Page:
The 1st Marine Division was sent to a rest area soon after the move from Camp Casey to Inchon, and while there some platoon members posed with Reckless and a sign challenging the Thoroughbred Native Dancer to a race. They called their race the “Paddy Derby,” the field “Upsan Downs,” and the conditions differed from a typical horse race: 1.5 miles over paddies and hills, carrying 192 pounds of ammunition, and no riders. The Marines never received a reply; Native Dancer came in second in the Kentucky Derby, and went on to win the Preakness Stakes and Belmont Stakes.

Reckless had a gentle disposition and soon developed such a rapport with the troops that she was allowed to freely roam about the camp and entered tents at will, sometimes sleeping inside with the troops, and even lying down next to Latham’s warm tent stove on cold nights. She was fond of a wide variety of foodstuffs, entertaining the platoon by eating scrambled eggs and drinking Coca-Cola and beer. Food could not be left unattended around her.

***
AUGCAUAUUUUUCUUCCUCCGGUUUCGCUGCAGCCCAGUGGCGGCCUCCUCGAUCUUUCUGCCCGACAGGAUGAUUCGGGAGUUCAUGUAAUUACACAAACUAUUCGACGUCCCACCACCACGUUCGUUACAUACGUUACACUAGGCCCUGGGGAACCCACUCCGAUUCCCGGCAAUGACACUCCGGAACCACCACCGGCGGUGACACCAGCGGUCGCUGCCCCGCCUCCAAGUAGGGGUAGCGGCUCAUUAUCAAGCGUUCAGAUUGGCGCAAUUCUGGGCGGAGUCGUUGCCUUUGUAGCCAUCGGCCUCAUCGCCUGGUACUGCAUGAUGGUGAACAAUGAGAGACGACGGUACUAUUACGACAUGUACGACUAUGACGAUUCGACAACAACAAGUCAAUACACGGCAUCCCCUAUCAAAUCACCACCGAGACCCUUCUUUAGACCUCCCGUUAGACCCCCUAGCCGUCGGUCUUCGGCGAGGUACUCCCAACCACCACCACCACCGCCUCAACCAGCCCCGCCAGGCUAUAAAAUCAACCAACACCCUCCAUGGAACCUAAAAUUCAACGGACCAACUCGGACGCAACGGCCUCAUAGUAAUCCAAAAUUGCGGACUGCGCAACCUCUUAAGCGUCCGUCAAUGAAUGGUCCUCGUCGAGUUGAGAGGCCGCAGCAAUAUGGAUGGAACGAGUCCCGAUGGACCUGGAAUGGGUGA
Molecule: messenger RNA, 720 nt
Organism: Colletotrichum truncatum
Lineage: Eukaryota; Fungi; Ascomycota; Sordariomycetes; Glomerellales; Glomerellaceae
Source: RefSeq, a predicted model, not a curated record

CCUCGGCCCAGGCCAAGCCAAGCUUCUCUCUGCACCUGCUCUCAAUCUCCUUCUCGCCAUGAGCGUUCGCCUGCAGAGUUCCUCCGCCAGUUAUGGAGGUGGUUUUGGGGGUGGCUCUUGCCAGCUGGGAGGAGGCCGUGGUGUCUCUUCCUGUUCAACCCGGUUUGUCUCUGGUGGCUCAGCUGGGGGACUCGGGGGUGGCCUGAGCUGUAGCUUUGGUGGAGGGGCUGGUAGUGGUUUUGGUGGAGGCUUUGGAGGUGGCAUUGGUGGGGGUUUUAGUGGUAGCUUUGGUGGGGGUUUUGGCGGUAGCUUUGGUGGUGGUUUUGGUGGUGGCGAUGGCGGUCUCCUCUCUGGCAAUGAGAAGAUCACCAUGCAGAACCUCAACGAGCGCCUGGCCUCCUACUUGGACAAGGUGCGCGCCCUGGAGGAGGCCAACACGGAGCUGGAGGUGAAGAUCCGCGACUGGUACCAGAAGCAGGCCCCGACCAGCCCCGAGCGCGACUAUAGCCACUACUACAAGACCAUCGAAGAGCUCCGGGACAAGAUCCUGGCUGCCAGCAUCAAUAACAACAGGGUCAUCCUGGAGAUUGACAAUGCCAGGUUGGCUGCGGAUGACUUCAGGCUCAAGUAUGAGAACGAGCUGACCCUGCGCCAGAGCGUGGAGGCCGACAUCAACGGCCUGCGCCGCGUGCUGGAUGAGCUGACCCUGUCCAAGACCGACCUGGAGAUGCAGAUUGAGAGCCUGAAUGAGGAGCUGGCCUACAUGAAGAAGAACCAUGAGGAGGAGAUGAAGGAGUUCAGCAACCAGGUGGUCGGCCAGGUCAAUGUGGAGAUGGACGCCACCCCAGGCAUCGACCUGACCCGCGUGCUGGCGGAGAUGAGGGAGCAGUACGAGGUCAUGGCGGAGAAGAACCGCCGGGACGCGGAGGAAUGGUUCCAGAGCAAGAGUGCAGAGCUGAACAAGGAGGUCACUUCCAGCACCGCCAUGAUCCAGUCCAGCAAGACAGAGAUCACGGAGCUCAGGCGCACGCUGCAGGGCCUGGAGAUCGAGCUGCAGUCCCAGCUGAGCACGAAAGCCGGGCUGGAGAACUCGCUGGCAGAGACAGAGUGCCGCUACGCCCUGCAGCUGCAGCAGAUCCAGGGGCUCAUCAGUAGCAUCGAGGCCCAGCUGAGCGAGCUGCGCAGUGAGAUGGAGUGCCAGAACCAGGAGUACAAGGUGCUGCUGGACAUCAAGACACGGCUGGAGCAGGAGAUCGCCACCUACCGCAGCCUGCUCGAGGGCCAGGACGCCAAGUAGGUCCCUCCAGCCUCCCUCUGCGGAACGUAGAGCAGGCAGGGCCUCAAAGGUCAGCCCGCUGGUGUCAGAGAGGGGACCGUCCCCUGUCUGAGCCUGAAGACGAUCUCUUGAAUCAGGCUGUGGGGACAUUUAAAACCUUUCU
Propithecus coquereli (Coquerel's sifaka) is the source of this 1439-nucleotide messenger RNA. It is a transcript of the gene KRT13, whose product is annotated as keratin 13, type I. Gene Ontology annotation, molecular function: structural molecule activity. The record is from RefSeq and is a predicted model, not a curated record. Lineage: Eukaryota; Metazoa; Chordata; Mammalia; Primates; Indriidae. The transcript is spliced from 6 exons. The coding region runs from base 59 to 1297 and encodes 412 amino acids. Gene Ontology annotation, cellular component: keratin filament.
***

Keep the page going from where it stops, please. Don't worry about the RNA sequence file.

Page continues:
The cheeky mare was known to eat bacon, buttered toast, chocolate bars, hard candy, shredded wheat, peanut butter sandwiches and mashed potatoes. The platoon was advised that she not be given more than two bottles of Coke a day. Her tastes were not confined to foodstuffs; she once ate her horse blanket, and on another occasion ate $30 worth of Latham’s winning poker chips.

Reckless was wounded in combat twice, given the battlefield rank of corporal in 1953, and then her battlefield promotion to sergeant in 1954, several months after the war ended. She was officially promoted to staff sergeant in 1959 by the Commandant of the Marine Corps. 

For her exemplary service to the Marine Corps, Reckless was awarded two Purple Hearts (for the wounds received during the Battle of Vegas), a Marine Corps Good Conduct Medal, a Presidential Unit Citation with bronze star, the National Defense Service Medal, a Korean Service Medal, the United Nations Korea Medal, a Navy Unit Commendation, and a Republic of Korea Presidential Unit Citation. She would wear these awards on her horse blanket, plus a French Fourragere that the 5th Marines earned in World War I.